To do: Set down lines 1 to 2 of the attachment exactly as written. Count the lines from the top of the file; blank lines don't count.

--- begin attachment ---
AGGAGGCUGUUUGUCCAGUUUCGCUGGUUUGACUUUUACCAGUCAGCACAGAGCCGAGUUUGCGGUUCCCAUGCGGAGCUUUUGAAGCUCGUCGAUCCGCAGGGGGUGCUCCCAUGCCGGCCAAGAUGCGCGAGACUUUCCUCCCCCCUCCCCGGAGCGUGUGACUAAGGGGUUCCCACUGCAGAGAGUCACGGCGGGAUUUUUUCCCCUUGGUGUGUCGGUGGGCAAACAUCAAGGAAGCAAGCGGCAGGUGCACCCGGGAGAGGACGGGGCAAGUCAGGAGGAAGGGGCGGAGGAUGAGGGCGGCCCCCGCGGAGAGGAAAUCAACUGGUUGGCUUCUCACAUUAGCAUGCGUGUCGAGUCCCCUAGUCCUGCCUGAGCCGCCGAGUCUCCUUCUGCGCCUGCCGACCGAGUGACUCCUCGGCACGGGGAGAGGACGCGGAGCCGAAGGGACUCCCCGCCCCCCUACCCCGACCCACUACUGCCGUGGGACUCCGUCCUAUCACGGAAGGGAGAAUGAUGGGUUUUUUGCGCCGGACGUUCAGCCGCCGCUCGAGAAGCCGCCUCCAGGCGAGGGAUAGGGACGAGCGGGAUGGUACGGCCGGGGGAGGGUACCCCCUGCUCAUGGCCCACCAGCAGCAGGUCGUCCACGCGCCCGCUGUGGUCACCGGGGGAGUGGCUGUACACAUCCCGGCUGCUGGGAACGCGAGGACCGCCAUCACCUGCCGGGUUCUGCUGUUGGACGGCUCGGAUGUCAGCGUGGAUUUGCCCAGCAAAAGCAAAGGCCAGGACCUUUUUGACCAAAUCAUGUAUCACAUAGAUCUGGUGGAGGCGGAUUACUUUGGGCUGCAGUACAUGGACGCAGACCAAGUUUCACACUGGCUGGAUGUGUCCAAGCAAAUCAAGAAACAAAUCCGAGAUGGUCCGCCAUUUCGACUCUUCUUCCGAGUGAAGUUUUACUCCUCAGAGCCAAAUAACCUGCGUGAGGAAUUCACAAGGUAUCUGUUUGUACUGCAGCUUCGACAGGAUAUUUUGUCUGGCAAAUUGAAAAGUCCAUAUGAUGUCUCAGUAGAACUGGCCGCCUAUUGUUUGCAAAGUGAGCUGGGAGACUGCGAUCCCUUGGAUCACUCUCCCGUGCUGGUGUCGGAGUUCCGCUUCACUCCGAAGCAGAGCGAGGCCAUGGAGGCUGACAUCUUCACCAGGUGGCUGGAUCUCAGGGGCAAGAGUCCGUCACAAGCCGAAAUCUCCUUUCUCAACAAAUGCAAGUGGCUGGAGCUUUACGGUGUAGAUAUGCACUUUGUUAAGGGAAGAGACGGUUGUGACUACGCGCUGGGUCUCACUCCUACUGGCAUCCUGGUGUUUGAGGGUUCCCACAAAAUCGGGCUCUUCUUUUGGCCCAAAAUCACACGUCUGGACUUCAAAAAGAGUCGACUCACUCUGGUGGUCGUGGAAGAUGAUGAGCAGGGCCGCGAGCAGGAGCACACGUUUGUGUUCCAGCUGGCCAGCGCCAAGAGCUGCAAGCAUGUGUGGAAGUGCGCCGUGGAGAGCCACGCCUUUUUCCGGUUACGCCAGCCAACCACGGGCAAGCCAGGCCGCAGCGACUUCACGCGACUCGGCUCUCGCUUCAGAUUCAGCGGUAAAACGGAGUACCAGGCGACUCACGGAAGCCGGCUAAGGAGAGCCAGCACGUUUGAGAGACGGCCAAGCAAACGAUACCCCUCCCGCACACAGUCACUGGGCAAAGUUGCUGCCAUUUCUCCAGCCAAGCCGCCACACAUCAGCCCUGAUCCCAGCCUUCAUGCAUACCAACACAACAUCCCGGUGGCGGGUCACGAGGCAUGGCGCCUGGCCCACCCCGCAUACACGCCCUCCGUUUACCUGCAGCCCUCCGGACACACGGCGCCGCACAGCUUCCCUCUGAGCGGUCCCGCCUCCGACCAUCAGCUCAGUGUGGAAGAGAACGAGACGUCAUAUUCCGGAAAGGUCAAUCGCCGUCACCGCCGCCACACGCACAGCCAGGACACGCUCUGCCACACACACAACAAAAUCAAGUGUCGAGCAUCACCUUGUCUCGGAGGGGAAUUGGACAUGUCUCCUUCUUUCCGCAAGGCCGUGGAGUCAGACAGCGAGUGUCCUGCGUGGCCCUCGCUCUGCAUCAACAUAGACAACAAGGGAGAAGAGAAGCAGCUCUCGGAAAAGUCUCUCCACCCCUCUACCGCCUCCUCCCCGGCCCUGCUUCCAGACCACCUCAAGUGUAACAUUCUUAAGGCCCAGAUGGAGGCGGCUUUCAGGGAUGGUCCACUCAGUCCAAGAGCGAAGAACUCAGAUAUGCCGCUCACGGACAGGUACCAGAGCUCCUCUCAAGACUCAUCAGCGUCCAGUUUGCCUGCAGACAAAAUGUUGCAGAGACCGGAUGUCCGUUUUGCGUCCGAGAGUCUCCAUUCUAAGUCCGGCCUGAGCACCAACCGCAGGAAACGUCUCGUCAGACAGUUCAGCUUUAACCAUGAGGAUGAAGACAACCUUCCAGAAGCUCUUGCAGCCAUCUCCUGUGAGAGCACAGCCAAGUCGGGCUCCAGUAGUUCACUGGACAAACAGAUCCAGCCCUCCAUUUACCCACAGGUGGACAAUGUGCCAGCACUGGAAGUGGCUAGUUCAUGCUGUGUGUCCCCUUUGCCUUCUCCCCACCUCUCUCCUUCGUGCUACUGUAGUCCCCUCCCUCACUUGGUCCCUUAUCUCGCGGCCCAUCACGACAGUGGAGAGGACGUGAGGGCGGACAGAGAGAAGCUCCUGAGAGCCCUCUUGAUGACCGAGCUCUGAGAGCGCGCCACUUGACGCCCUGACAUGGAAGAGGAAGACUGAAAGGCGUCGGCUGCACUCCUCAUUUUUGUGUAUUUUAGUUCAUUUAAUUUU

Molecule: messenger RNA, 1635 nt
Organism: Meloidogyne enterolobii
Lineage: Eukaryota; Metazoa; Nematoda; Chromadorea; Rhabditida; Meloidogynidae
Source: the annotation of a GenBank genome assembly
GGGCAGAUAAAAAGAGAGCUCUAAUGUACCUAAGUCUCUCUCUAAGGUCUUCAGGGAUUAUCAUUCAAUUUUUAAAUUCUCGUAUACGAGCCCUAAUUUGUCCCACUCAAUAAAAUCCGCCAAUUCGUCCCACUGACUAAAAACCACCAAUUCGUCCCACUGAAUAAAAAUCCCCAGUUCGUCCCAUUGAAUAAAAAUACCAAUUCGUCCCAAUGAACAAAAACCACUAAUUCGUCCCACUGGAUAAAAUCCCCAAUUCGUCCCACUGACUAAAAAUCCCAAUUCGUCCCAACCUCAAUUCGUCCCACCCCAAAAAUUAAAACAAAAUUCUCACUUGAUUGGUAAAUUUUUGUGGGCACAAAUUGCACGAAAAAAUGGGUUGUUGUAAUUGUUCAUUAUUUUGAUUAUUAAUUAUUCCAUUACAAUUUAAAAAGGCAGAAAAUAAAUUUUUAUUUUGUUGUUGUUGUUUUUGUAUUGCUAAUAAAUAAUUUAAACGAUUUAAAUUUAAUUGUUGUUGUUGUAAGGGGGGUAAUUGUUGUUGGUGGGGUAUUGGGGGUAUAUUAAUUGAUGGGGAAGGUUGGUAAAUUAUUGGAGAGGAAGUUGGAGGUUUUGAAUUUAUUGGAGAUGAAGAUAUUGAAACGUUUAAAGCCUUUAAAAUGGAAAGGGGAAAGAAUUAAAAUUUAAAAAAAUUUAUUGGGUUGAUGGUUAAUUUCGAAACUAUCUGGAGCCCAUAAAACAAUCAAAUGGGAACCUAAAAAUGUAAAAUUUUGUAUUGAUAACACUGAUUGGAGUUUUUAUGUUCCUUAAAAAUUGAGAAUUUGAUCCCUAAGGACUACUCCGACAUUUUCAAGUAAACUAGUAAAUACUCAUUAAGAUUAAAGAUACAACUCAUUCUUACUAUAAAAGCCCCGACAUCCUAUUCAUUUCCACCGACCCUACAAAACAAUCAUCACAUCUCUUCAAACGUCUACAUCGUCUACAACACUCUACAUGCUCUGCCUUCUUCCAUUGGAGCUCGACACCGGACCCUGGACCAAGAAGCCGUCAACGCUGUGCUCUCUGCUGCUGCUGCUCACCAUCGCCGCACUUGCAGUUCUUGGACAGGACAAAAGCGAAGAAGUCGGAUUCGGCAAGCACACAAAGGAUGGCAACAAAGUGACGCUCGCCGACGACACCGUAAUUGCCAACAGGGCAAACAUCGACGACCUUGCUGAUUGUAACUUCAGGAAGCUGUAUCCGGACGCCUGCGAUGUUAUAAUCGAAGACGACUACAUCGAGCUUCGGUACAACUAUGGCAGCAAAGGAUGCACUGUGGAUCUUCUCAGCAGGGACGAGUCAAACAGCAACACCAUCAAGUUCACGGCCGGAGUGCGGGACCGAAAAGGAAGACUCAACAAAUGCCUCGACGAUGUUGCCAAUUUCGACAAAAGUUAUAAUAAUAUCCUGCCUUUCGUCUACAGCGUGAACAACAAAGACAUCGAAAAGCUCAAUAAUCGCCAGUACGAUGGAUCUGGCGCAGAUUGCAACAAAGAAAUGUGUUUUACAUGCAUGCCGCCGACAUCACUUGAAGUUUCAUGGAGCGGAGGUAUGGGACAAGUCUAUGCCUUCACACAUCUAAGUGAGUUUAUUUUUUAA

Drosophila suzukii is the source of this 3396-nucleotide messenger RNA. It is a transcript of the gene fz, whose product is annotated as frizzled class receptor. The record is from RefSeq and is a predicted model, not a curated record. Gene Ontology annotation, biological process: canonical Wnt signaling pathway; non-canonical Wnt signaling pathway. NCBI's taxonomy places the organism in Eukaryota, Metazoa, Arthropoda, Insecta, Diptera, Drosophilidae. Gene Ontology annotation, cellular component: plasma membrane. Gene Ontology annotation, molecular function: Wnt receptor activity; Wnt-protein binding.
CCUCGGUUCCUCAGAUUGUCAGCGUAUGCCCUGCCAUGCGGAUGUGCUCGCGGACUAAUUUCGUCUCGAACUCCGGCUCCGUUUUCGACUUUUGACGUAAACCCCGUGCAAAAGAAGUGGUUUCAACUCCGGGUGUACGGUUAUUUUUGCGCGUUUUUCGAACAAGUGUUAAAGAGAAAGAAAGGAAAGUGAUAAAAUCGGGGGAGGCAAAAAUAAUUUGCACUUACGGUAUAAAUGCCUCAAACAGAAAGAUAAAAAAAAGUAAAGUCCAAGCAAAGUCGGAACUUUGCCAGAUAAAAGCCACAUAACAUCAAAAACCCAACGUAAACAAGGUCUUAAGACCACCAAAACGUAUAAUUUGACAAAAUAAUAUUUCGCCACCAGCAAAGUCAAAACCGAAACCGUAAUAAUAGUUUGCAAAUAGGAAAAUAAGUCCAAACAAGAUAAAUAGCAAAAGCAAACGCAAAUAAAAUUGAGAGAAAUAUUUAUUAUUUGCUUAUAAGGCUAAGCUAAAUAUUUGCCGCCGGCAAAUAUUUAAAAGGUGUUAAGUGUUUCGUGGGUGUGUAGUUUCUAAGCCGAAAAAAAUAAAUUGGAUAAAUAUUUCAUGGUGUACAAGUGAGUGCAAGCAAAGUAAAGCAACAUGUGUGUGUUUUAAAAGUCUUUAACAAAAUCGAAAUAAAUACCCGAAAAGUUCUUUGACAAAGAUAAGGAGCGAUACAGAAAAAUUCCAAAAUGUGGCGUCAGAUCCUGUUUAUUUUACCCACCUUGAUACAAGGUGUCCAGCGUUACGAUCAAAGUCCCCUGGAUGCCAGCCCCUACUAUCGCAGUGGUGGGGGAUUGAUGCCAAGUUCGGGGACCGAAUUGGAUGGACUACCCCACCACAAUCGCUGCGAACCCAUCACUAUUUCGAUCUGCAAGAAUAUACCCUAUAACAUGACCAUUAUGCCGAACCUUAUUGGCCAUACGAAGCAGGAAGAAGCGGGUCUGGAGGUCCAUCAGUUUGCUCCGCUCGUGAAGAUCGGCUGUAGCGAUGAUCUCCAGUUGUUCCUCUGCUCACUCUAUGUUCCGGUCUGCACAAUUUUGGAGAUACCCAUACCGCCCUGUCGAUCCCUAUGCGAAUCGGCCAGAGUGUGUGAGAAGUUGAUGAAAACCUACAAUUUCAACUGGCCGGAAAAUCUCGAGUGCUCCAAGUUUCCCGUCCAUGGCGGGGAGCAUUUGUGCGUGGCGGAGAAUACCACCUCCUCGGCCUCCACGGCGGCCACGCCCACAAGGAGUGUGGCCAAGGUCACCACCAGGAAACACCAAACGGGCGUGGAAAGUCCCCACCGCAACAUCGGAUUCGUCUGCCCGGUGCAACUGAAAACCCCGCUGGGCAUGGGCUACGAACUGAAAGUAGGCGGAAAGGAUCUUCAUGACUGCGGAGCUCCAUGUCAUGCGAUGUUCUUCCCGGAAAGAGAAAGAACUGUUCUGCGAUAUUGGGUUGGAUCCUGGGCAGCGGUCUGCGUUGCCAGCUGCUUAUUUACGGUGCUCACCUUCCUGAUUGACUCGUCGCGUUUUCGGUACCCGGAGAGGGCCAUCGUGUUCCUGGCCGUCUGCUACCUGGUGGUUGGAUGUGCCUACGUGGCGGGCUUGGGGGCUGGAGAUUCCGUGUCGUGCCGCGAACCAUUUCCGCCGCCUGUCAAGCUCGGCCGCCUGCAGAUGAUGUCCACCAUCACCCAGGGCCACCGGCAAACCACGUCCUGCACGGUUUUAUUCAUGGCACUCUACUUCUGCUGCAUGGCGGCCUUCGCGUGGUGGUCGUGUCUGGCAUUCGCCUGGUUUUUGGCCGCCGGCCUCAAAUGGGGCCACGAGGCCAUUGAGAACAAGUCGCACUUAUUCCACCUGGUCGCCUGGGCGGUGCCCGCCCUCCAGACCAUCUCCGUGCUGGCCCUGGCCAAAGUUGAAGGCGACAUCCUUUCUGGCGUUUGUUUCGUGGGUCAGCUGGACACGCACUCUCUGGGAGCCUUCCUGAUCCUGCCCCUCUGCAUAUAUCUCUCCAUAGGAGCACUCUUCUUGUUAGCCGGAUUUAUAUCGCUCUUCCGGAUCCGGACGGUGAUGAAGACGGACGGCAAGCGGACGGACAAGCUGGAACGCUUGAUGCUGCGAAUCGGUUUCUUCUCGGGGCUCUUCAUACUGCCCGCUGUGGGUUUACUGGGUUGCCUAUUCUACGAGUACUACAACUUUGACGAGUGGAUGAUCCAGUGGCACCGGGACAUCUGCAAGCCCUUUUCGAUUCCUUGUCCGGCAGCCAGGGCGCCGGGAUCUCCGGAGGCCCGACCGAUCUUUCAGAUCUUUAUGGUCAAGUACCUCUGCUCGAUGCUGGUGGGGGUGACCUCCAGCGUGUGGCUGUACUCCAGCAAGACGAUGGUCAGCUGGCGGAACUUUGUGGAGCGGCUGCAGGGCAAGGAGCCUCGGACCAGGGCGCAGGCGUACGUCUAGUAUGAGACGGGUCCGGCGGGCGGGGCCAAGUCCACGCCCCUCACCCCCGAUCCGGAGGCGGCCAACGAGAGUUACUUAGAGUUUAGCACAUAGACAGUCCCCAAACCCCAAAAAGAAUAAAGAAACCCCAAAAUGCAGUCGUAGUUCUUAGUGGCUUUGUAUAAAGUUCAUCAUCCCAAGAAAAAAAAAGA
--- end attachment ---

AGGAGGCUGUUUGUCCAGUUUCGCUGGUUUGACUUUUACCAGUCAGCACAGAGCCGAGUUUGCGGUUCCCAUGCGGAGCUUUUGAAGCUCGUCGAUCCGCAGGGGGUGCUCCCAUGCCGGCCAAGAUGCGCGAGACUUUCCUCCCCCCUCCCCGGAGCGUGUGACUAAGGGGUUCCCACUGCAGAGAGUCACGGCGGGAUUUUUUCCCCUUGGUGUGUCGGUGGGCAAACAUCAAGGAAGCAAGCGGCAGGUGCACCCGGGAGAGGACGGGGCAAGUCAGGAGGAAGGGGCGGAGGAUGAGGGCGGCCCCCGCGGAGAGGAAAUCAACUGGUUGGCUUCUCACAUUAGCAUGCGUGUCGAGUCCCCUAGUCCUGCCUGAGCCGCCGAGUCUCCUUCUGCGCCUGCCGACCGAGUGACUCCUCGGCACGGGGAGAGGACGCGGAGCCGAAGGGACUCCCCGCCCCCCUACCCCGACCCACUACUGCCGUGGGACUCCGUCCUAUCACGGAAGGGAGAAUGAUGGGUUUUUUGCGCCGGACGUUCAGCCGCCGCUCGAGAAGCCGCCUCCAGGCGAGGGAUAGGGACGAGCGGGAUGGUACGGCCGGGGGAGGGUACCCCCUGCUCAUGGCCCACCAGCAGCAGGUCGUCCACGCGCCCGCUGUGGUCACCGGGGGAGUGGCUGUACACAUCCCGGCUGCUGGGAACGCGAGGACCGCCAUCACCUGCCGGGUUCUGCUGUUGGACGGCUCGGAUGUCAGCGUGGAUUUGCCCAGCAAAAGCAAAGGCCAGGACCUUUUUGACCAAAUCAUGUAUCACAUAGAUCUGGUGGAGGCGGAUUACUUUGGGCUGCAGUACAUGGACGCAGACCAAGUUUCACACUGGCUGGAUGUGUCCAAGCAAAUCAAGAAACAAAUCCGAGAUGGUCCGCCAUUUCGACUCUUCUUCCGAGUGAAGUUUUACUCCUCAGAGCCAAAUAACCUGCGUGAGGAAUUCACAAGGUAUCUGUUUGUACUGCAGCUUCGACAGGAUAUUUUGUCUGGCAAAUUGAAAAGUCCAUAUGAUGUCUCAGUAGAACUGGCCGCCUAUUGUUUGCAAAGUGAGCUGGGAGACUGCGAUCCCUUGGAUCACUCUCCCGUGCUGGUGUCGGAGUUCCGCUUCACUCCGAAGCAGAGCGAGGCCAUGGAGGCUGACAUCUUCACCAGGUGGCUGGAUCUCAGGGGCAAGAGUCCGUCACAAGCCGAAAUCUCCUUUCUCAACAAAUGCAAGUGGCUGGAGCUUUACGGUGUAGAUAUGCACUUUGUUAAGGGAAGAGACGGUUGUGACUACGCGCUGGGUCUCACUCCUACUGGCAUCCUGGUGUUUGAGGGUUCCCACAAAAUCGGGCUCUUCUUUUGGCCCAAAAUCACACGUCUGGACUUCAAAAAGAGUCGACUCACUCUGGUGGUCGUGGAAGAUGAUGAGCAGGGCCGCGAGCAGGAGCACACGUUUGUGUUCCAGCUGGCCAGCGCCAAGAGCUGCAAGCAUGUGUGGAAGUGCGCCGUGGAGAGCCACGCCUUUUUCCGGUUACGCCAGCCAACCACGGGCAAGCCAGGCCGCAGCGACUUCACGCGACUCGGCUCUCGCUUCAGAUUCAGCGGUAAAACGGAGUACCAGGCGACUCACGGAAGCCGGCUAAGGAGAGCCAGCACGUUUGAGAGACGGCCAAGCAAACGAUACCCCUCCCGCACACAGUCACUGGGCAAAGUUGCUGCCAUUUCUCCAGCCAAGCCGCCACACAUCAGCCCUGAUCCCAGCCUUCAUGCAUACCAACACAACAUCCCGGUGGCGGGUCACGAGGCAUGGCGCCUGGCCCACCCCGCAUACACGCCCUCCGUUUACCUGCAGCCCUCCGGACACACGGCGCCGCACAGCUUCCCUCUGAGCGGUCCCGCCUCCGACCAUCAGCUCAGUGUGGAAGAGAACGAGACGUCAUAUUCCGGAAAGGUCAAUCGCCGUCACCGCCGCCACACGCACAGCCAGGACACGCUCUGCCACACACACAACAAAAUCAAGUGUCGAGCAUCACCUUGUCUCGGAGGGGAAUUGGACAUGUCUCCUUCUUUCCGCAAGGCCGUGGAGUCAGACAGCGAGUGUCCUGCGUGGCCCUCGCUCUGCAUCAACAUAGACAACAAGGGAGAAGAGAAGCAGCUCUCGGAAAAGUCUCUCCACCCCUCUACCGCCUCCUCCCCGGCCCUGCUUCCAGACCACCUCAAGUGUAACAUUCUUAAGGCCCAGAUGGAGGCGGCUUUCAGGGAUGGUCCACUCAGUCCAAGAGCGAAGAACUCAGAUAUGCCGCUCACGGACAGGUACCAGAGCUCCUCUCAAGACUCAUCAGCGUCCAGUUUGCCUGCAGACAAAAUGUUGCAGAGACCGGAUGUCCGUUUUGCGUCCGAGAGUCUCCAUUCUAAGUCCGGCCUGAGCACCAACCGCAGGAAACGUCUCGUCAGACAGUUCAGCUUUAACCAUGAGGAUGAAGACAACCUUCCAGAAGCUCUUGCAGCCAUCUCCUGUGAGAGCACAGCCAAGUCGGGCUCCAGUAGUUCACUGGACAAACAGAUCCAGCCCUCCAUUUACCCACAGGUGGACAAUGUGCCAGCACUGGAAGUGGCUAGUUCAUGCUGUGUGUCCCCUUUGCCUUCUCCCCACCUCUCUCCUUCGUGCUACUGUAGUCCCCUCCCUCACUUGGUCCCUUAUCUCGCGGCCCAUCACGACAGUGGAGAGGACGUGAGGGCGGACAGAGAGAAGCUCCUGAGAGCCCUCUUGAUGACCGAGCUCUGAGAGCGCGCCACUUGACGCCCUGACAUGGAAGAGGAAGACUGAAAGGCGUCGGCUGCACUCCUCAUUUUUGUGUAUUUUAGUUCAUUUAAUUUU

Molecule: messenger RNA, 1635 nt